Don't judge a bumper by it's brackets.

It just needs a little spit-n-polish.

Cleaned up inside and painted.

Reinstalling the license plate light.

Completed bumper.

The four mounting bolts with seals

Done.. or am I?
Unfortunately, I don't usually get to go riding off into the sunset with something like this.  There had to be one more gotcha waiting for me and in this case, it was in the form of running the wiring for the reverse lights into the trunk.  The driver side had a correctly placed and sized hole for the rubber seal of the reverse light harness.  However, the passenger side had no such hole.  This is another of those things I should have noticed waaaayyyyy back before I installed the rear leaf springs.  So, I had to get creative with the drill angle and bit type but was finally able to drill the hole, pull the wiring into the trunk, and call this job done.

Such a nice hole for the reverse light wiring.

Em... something's missing boss.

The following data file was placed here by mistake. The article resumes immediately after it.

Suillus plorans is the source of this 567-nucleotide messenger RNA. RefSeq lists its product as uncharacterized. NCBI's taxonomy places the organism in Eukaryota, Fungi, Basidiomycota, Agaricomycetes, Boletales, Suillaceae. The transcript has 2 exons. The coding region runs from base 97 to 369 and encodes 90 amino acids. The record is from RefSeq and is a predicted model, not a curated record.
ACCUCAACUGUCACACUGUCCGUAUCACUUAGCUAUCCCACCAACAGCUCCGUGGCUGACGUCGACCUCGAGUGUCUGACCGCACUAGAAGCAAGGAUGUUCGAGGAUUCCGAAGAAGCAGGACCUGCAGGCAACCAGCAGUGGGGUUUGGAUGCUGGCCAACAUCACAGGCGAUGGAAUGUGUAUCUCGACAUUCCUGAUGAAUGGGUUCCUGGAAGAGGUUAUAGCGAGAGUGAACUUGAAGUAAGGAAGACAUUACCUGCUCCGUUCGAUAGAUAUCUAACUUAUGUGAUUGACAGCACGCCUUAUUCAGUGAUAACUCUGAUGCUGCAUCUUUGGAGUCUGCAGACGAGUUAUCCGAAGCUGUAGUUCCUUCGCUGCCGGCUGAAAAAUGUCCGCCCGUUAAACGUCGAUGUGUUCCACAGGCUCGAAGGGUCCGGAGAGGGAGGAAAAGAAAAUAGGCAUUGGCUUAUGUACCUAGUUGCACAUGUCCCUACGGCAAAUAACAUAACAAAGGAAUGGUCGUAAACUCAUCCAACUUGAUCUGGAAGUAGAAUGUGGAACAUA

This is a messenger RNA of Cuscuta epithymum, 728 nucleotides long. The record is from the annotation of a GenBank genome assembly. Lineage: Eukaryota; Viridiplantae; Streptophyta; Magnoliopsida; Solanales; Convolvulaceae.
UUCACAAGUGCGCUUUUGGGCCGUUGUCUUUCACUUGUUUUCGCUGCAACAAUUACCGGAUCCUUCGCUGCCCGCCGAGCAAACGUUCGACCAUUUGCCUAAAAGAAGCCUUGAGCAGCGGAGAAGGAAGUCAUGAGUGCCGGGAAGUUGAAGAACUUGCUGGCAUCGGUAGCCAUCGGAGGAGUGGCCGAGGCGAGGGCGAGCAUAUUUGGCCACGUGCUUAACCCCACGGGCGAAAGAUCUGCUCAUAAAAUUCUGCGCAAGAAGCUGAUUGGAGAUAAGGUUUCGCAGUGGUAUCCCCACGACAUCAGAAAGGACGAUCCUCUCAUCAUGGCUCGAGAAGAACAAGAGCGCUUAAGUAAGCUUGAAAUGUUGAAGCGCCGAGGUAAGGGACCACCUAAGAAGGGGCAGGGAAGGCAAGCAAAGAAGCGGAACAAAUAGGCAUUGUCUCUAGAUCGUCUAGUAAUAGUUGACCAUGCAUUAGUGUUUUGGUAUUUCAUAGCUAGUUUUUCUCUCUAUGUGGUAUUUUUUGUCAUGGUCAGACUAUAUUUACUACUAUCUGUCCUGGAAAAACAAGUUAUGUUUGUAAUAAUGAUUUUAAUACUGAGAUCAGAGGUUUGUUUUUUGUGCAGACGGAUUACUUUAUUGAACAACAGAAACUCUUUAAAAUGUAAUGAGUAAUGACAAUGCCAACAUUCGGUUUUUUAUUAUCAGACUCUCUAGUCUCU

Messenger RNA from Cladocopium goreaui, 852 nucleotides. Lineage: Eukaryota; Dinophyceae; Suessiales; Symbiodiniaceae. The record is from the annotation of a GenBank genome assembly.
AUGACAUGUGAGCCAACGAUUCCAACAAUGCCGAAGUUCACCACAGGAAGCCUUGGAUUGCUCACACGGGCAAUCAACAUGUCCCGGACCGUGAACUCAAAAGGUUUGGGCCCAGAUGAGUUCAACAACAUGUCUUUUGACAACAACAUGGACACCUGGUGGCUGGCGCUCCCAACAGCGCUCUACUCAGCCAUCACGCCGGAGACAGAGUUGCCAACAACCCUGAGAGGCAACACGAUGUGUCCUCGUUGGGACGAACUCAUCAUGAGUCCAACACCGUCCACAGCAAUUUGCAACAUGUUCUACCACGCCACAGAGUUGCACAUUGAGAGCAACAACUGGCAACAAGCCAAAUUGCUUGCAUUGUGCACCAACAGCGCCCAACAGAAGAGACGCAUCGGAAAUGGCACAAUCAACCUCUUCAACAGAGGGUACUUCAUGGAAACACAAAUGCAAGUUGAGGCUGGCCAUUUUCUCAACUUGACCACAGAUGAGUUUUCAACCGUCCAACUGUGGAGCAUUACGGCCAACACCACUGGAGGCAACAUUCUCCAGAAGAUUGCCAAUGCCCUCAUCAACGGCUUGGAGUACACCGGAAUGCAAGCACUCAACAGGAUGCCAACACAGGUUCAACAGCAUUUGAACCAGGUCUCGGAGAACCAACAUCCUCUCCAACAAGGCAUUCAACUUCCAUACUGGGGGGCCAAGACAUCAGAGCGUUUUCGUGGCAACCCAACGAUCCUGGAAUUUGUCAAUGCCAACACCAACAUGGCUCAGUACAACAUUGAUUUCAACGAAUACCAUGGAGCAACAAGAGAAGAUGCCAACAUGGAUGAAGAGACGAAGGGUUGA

There's an ongoing debate about the length and fitment of these after market valances so I've included the following pics of the ends and how they align with the rear quarters.  Personally, I'm okay with the results but for those of you that are looking for really tight tolerances, this is the net result of a stock install so you'll need to modify the valance to get better than this.  Also, FYI, the valance I had purchased is the Improved "GT" rear valance from NPD.  Also, here's a LINK to an older blog entry where I compare the old valance to the new.

Driver side

Passenger side

Wednesday, April 4, 2012

Gas Tank, Quarter Extensions, and Sequential Tail Lights